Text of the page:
Boosting Mental Health Through Nature
Mental Health Awareness week is a big deal here at The Happiness Index. Our mission is to help provide people with the Freedom to be Human. Of course, all humans have mental health. Whether it's good or bad relies on a number of interrelated factors. Although genetics do have a big part to play in an individual's mental health, environmental factors play a pivotal role in exacerbating or improving mental ill-health. You don't need me to tell you that your work environment can be central to this.
The theme for this year's mental health awareness week is nature. You'll find loads of cool stats about the impact that being in nature can have on people's mental health on their website. But suffice to say that time spent in nature can improve mood, boost creativity, and even decrease time spent in hospital.
The Natural Cure & The Science Behind it
Research has linked everything from the sounds of nature, such as birdsong, smells of nature, such as flowers and cut grass to improved mental health. The Japanese practice of forest bathing has been used for generations to help ground people. Scientists have now proved that spending time in forests has a beneficial effect on mental and physical health.
The good news is that you needn't spend days at a time in nature to get the benefits. Studies, like this one from 2017 show that just stopping to notice and appreciate nature when you come across it in your day, can have a positive effect on mental health.
However, this research is still in its infancy. Recent studies have looked into the effect of a certain bacteria which can be found in soil. Researchers hypothesise that the bacteria works in similar ways in the brains as antidepressants such as Prozak.
Professor Christopher Lowry, an expert in this area, commented:
The idea is that as humans have moved away from farms and an agricultural or hunter-gatherer existence into cities, we have lost contact with organisms that served to regulate our immune system and suppress inappropriate inflammation. That has put us at higher risk for inflammatory disease and stress-related psychiatric disorders.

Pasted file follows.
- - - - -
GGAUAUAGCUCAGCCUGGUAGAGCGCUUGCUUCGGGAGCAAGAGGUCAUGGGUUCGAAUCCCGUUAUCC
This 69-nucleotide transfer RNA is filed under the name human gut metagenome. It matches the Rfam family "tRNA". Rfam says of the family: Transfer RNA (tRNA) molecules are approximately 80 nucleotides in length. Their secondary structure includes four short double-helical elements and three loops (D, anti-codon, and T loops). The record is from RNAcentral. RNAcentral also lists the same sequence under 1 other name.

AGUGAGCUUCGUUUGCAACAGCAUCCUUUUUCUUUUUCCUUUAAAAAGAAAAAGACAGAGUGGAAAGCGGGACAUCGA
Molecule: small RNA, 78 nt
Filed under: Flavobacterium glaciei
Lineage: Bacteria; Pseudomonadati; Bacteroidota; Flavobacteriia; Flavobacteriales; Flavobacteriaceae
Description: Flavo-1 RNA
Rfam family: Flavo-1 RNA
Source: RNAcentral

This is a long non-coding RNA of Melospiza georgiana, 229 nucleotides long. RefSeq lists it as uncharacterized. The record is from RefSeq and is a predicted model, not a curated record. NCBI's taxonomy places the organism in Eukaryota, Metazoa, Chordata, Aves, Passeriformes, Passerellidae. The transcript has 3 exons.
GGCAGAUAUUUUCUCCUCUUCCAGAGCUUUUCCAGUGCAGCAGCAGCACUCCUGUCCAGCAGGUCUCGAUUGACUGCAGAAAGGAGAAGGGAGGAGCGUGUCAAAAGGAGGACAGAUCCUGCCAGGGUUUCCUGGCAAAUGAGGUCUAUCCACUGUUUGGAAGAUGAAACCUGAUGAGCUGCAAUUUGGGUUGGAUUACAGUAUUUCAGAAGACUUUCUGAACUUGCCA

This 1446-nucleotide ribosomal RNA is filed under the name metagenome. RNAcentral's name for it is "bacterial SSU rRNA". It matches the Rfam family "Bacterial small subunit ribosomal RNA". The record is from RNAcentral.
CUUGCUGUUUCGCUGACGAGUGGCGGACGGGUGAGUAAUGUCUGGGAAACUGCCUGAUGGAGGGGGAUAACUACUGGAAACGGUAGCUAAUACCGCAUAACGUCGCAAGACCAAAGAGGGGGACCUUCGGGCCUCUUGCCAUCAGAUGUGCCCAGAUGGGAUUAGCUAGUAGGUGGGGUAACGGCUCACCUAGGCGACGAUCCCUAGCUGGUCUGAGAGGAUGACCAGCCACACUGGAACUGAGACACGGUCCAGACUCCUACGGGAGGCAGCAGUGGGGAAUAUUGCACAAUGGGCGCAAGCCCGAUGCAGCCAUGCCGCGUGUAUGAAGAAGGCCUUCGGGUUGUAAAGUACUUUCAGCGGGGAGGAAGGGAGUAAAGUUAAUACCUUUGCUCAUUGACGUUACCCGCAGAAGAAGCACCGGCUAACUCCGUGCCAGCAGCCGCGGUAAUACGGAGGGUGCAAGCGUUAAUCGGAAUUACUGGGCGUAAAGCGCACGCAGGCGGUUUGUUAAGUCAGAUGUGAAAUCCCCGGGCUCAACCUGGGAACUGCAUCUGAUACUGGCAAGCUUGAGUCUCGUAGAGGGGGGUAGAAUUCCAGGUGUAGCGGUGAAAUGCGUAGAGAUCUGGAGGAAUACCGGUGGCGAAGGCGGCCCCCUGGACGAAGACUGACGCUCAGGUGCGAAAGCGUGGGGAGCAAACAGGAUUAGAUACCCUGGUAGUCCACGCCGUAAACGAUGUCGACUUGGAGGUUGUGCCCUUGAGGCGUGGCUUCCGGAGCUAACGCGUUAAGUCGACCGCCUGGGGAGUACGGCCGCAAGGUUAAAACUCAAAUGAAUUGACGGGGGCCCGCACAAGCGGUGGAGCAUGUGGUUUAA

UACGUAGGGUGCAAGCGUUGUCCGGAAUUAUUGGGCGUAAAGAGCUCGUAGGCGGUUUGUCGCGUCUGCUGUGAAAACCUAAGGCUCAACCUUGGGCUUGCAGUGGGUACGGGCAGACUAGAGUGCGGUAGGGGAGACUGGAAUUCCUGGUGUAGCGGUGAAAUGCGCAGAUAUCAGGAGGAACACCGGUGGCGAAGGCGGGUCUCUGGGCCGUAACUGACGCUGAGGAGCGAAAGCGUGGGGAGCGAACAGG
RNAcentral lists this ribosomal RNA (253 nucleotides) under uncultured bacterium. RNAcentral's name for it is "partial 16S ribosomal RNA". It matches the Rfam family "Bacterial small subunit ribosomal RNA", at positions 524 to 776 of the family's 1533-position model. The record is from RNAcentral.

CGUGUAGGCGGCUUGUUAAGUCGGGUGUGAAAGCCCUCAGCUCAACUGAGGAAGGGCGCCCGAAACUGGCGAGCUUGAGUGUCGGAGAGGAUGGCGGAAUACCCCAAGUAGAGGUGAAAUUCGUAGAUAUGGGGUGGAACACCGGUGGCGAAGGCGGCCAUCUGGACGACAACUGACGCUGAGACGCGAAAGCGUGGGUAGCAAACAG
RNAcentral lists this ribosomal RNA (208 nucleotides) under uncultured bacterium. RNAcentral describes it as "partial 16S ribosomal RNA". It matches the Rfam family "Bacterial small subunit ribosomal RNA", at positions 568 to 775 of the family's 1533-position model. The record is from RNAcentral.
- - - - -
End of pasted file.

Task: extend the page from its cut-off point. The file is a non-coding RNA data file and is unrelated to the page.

When we think about the many millions of bacteria we come into contact with every day, both within our bodies and in the environment, we can begin to see the scale of the impact of these tiny organisms. Professor Lowry says We are just beginning to see the tip of the iceberg in terms of identifying the mechanisms through which bacteria evolved to keep us healthy. It should inspire awe in all of us.
We're much more likely to come into contact with these helpful bacteria when we're outside in nature, with our hands in the soil, or hugging trees. By comparison when we're inside sterile office buildings, the bacteria may be much less helpful.
The Limits of Self Care
There are people who have chronic or extremely poor mental health. If this is the case then time spent outside in nature isn't going to help. We feel very strongly about breaking down taboos about seeking professional help, as well as taking medication if your doctor recommends it. If you do feel like you need professional support we recommend getting in contact with trusted organisations with the right expertise, like Mind or Samaritans.